Separating A Working Scanner From Its Broken Printer

The laser printer portion of this all-in-one machine gave up the ghost and [Entropia] couldn’t get it working again. But the scanner was still functioning so he decided to separate the scanner from its dead printer module.

The model in question is a Samsung SCX-4200. The design is actually perfect for separation because the scanner sits on top of the out feed tray of the printer. It can even be lifted to allow more room for printed pages to pile up. All he has to do is separate the hinged connector and reroute the flat cables. But the real question in [Entropia’s] mind was whether or not the control board would work without the laser printer components connected to it.

He carefully disassembled the unit, spilling toner here and there which is left over from a catastrophic knock-off toner cartridge incident. A quick test showed him that although the drivers complain that the paper tray is open, the scanner does still work. He glued the controller board seen on the left to the bottom of the scanner enclosure, and added some felt feet. Now his scanner is closer to the size you’d expect. And on the plus side he gained a geared stepper motor, laser scanning unit, exhaust fan, and a couple of solenoids to use in future projects.

17 thoughts on “Separating A Working Scanner From Its Broken Printer

  1. Nice to see it not going in the bin. in the long term I’d removed the stock power supply. as the HVPS and Fuser switching parts of the stock power supply are no longer needed. pinouts are usually pretty extensively silked on samsung printers so figuring out the photo interupter and door switch functionality should be relitively easy.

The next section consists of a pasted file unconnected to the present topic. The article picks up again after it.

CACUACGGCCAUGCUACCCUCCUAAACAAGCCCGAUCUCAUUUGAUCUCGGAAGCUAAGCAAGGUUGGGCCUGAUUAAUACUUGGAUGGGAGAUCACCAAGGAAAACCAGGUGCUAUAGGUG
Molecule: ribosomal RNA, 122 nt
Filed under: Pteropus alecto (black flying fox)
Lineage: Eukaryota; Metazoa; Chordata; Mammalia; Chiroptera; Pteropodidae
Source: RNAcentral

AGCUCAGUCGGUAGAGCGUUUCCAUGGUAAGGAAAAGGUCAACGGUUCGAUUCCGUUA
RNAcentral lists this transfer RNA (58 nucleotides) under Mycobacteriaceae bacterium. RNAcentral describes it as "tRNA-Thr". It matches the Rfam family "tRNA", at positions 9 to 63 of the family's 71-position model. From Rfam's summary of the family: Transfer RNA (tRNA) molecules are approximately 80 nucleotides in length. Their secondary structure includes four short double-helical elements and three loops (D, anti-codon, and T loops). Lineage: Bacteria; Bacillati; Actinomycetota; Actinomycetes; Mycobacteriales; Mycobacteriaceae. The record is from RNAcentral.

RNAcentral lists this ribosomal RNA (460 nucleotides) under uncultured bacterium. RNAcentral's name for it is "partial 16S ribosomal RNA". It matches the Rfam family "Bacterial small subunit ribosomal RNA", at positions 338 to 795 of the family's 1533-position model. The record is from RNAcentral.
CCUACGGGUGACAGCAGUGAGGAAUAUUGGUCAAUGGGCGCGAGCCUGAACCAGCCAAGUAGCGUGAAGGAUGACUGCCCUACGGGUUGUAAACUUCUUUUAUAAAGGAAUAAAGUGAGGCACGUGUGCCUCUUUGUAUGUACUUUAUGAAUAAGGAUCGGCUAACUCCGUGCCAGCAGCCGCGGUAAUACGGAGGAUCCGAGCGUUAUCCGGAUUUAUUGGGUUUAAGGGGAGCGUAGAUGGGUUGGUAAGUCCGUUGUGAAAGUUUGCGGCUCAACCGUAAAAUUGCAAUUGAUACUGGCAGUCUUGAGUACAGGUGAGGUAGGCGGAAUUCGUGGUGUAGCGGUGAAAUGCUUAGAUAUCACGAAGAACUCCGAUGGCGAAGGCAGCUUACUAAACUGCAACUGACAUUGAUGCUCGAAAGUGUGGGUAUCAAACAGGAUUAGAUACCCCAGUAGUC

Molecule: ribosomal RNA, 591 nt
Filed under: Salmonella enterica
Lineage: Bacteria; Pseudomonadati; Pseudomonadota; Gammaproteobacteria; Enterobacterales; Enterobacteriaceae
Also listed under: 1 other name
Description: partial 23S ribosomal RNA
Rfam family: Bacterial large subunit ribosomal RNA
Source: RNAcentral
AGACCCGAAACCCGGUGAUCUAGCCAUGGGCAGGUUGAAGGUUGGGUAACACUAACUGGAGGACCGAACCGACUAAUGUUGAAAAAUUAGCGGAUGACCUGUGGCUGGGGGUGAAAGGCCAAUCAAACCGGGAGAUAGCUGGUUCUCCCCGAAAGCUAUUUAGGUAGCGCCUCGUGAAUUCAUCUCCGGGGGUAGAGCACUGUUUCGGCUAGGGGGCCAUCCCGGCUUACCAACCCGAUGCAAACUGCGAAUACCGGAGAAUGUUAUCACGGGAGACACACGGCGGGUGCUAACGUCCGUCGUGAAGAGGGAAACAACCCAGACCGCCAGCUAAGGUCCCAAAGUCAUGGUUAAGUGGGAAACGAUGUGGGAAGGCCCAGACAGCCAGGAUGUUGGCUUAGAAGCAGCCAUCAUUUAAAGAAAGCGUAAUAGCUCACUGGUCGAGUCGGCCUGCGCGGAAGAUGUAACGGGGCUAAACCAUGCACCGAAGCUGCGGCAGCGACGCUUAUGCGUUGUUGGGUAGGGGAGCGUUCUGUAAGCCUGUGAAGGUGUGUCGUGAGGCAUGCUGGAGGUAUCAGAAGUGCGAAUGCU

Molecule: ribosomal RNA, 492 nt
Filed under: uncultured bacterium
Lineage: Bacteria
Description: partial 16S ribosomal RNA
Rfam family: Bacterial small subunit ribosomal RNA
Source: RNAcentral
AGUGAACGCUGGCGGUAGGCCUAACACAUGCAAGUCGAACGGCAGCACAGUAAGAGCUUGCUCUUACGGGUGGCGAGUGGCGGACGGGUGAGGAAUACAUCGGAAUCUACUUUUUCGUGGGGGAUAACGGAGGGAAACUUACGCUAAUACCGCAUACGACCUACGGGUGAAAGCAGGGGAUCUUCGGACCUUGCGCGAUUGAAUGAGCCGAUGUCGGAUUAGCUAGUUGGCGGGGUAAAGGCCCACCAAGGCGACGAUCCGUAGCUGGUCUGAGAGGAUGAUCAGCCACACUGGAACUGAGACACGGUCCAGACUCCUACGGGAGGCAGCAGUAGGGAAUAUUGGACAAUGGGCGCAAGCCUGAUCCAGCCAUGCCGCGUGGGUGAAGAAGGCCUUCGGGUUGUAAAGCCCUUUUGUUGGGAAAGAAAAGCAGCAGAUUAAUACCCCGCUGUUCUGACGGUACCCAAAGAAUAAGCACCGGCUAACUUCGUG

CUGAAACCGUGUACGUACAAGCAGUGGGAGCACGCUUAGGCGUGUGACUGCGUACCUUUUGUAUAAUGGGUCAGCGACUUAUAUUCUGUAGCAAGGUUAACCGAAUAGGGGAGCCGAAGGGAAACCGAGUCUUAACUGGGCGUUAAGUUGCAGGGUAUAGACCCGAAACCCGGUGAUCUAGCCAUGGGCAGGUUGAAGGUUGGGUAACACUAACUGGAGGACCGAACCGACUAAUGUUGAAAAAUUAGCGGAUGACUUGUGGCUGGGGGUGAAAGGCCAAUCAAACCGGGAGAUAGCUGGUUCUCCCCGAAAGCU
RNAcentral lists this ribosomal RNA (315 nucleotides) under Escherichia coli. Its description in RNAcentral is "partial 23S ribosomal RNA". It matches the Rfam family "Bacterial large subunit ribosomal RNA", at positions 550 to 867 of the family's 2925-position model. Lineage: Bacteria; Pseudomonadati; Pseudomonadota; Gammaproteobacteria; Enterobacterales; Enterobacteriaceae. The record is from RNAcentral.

2. buy a new scanner for 50$, seriously how do you justify spending such a rediculous amount of time to make some obsolete garbage resolution device, how much is your time worth?

    1. This is comedy gold, I hope LOLs comment stays up.

      I can imagine the new title:
      “All-in-one with broken printer, working scanner, tossed in favor of buying a new scanner”

    2. Admittedly the scanner isn’t as good as a dedicated scanner but I’m not working in the graphic design industry either. SCX-4200 can scan at 600 dpi with some noise, and that’s more than good enough when you scale it down to 300 dpi.

  3. I’m trying to do the same with my HP all-in-one – for the fun of it, hating to throw out something that still works. My problem is I don’t know anything about electrics (I’m ok mechanically). It’s all dismantled and I’ve discovered that the scanner has been connnected by two ribbon-connectors to the controller board. I have two questions:
    1) Will the scanner work if I disconnect everything else from the controller board except these two connectors?
    2) One screw in the controller board was screwed into the metal internal frame of the machine. Is this for grounding (I don’t want an electric shock)? Do I need to make a metal case for the controller board? Could I attached the metal screw through the controller board to the metal leg of my desk? (I’m in the UK where the household mains electric is 230V at 50Hz)
    Any help gratefully received!

  4. It’s good, but not always applicable. Here, my ink jet scanner can not work alone. It makes mistakes and only happens if the toner head or at least the electronics is mounted, but it can not scan. Inserts an error message. And it is very convenient even more so that the control board is very small and can hide under the scanner itself and remain invisible. Without headless toner, the control board is only 15×15 centimeters somewhere, not here.

  5. hi! thats amazing! im trying to do the same with an epson sx235w.. printer is dead long ago..but the scanner still working :P
    i managed to separate from the..garbage, i connected the buttons etc interface and the scanner to the mainboard, but..its just blinking all the lights..and pc doesnt recognise it :/ could you possibly help me?

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